Hannah Jeffery and Alexander Noar both spent the first half of their sixth-year Electives in Vancouver, Canada. Hannah writes:
I was based with the hepatobiliary team at Vancouver General Hospital. It was a steep learning curve, with medical students expected to have more responsibility than in the UK, including a 5am start to ‘pre-round’ before the 6am ward round. I frequently stayed for over 12 hours a day, doing ward jobs such as clerking patients and prescribing and dictating discharge summaries; then being rewarded with time in the operating theatre. As well as seeing how another developed country’s healthcare system compares to ours, I think this was great practice for starting my foundation job in August.
Alec was based at a busy retinal specialist ophthalmology practice. The doctors were enthusiastic and got him involved in all aspects of the clinical work. One of the main highlights for him was performing a conjunctival stitch in the eye during one of the operating sessions. He found that the Canadian healthcare system appears to be at a halfway point between the US and UK systems, where the government pays for everyone’s healthcare but the healthcare professionals bill the government for every examination and procedure. It was interesting to see how these different incentives changed clinical practice, with the emphasis being on efficiency in order to get the highest turnover possible. This was great for Alec as it meant his skills with tools for visualising the eye improved through practising on each patient in clinic. He greatly enjoyed his placement and feels like the skills and experience he gained there will be great for future specialist training.
We both thoroughly enjoyed living in Vancouver and it has inspired us to consider a fellowship here in the future.
The second part of our Elective was very different. After flying to Lilongwe, Malawi, we travelled the 350 km by road to Nkhata Bay before taking the twice-weekly, 5-hour ferry to Likoma Island, a tiny island on Lake Malawi.
We were based at St Peter’s Hospital, a 40-bed hospital run entirely on charitable donations that cares for the 10,000 inhabitants of the island as well as health tourists from neighbouring Mozambique. In the absence of the one allocated doctor, all the clinical work was done by three clinical officers. We helped them in busy outpatient clinics (average consultant time around 1 minute), with rapid malaria testing, ward rounds and emergency surgical procedures that couldn’t wait for the boat to the mainland.
One particularly memorable event was when we found a patient on the ward having an asthma attack. Although we were happy to see treatment initiated, the most effective initial treatment is a nebulised drug to help open the airways. Upon requesting whether this would be possible, we were unable to get a definitive answer. We rummaged through the dusty airway trolley and unearthed a nebuliser machine. We located the correct medication and prepared the nebuliser, only to find its plug was missing. We were instructed to put the two exposed wires directly into the socket. When this, unsurprising, failed to work, a second machine was luckily found on the paediatric ward and the patient quickly improved. Resources were certainly scarce.
A main focus for us was to conduct a small study of eye disease on the island. We were allocated a room and an interpreter, and had no shortage of patients. Using limited equipment, including a pair of loupes donated by the Loupe Store, we examined the front and back of their eyes. We saw some interesting pathology and spent the last day writing referral letters which patients could take to the mainland for treatment with an ophthalmologist we were in touch with. A common and easily treated condition we saw was blepharitis, so with the help of the interpreter we wrote out instructions for eye care in Chichewa, the local language. We plan to turn this into a poster to send to the island, and to write up and hopefully publish the findings of the study. We also became aware of the lack of glasses on the island, so are hoping to do some fundraising to send glasses of various prescriptions.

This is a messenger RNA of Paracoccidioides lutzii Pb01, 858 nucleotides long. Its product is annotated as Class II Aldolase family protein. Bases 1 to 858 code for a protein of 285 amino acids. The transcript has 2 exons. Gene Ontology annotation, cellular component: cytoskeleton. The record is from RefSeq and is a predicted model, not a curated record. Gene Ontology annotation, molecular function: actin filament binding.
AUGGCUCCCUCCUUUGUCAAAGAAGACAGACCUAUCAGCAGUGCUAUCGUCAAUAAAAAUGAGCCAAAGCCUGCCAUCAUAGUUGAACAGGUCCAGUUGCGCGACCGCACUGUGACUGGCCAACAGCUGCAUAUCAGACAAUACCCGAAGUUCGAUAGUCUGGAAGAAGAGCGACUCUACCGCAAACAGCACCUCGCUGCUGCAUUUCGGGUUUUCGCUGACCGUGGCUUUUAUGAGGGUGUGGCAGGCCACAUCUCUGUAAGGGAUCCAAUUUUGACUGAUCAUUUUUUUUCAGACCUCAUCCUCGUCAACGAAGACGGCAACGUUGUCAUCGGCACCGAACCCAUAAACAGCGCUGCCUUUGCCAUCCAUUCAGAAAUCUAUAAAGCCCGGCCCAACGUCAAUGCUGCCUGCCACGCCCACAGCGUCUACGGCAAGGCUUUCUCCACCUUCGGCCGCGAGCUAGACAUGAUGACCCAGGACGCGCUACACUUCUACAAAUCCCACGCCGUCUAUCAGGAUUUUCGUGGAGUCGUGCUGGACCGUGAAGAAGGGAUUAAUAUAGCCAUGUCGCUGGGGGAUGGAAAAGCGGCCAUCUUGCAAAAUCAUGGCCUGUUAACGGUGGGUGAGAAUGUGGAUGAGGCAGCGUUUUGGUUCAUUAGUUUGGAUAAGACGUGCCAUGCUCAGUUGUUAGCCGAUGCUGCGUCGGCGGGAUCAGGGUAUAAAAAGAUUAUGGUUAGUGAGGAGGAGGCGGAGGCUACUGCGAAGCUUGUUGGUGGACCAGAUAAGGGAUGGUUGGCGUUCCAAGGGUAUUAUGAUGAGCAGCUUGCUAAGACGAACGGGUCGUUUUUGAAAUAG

We are both very grateful for the generous contribution of the Special Grant, which helped to enable our Electives. I have no doubt we will be better rounded doctors as a result of our experiences.
Freddy Thurston is spending his sixth-year Elective in India and Nepal:
He writes: ‘I'm doing the first half of my elective at the J. Watull Global Hospital & Research Centre, a small 70-bed hospital in Mount Abu, a hill town in Rajasthan. It's run by a spiritual organisation called the Brahma Kumaris, who have their headquarters in this town.
In addition to time attached to general medicine and anaesthetics, I've also had the opportunity to see some of the complementary therapies that the hospital offers alongside conventional medicine, such as ayurveda, yoga therapy & spiritual counselling. I was also able to accompany the hospital's Village Outreach Programme, which provides a weekly clinic in each of about 15 surrounding villages, as well as providing a morning meal for the children attending the village schools and running sewing classes for local women, so they can set up small textile businesses.
This week I will be attached to the neuropsychiatry department, and making a trip to the trauma centre and eye hospital that GHRC runs in the valley.
On weekends I've been out trekking in the nature reserve that surrounds the town, which has some amazing caves, as well as visiting some nearby Jain temples which are said to have some of the finest marble carvings in the world.
Soon I will be leaving to fly to Nepal, where I will spend the rest of my elective attached to the department of surgery in Patan Hospital, near Kathmandu.’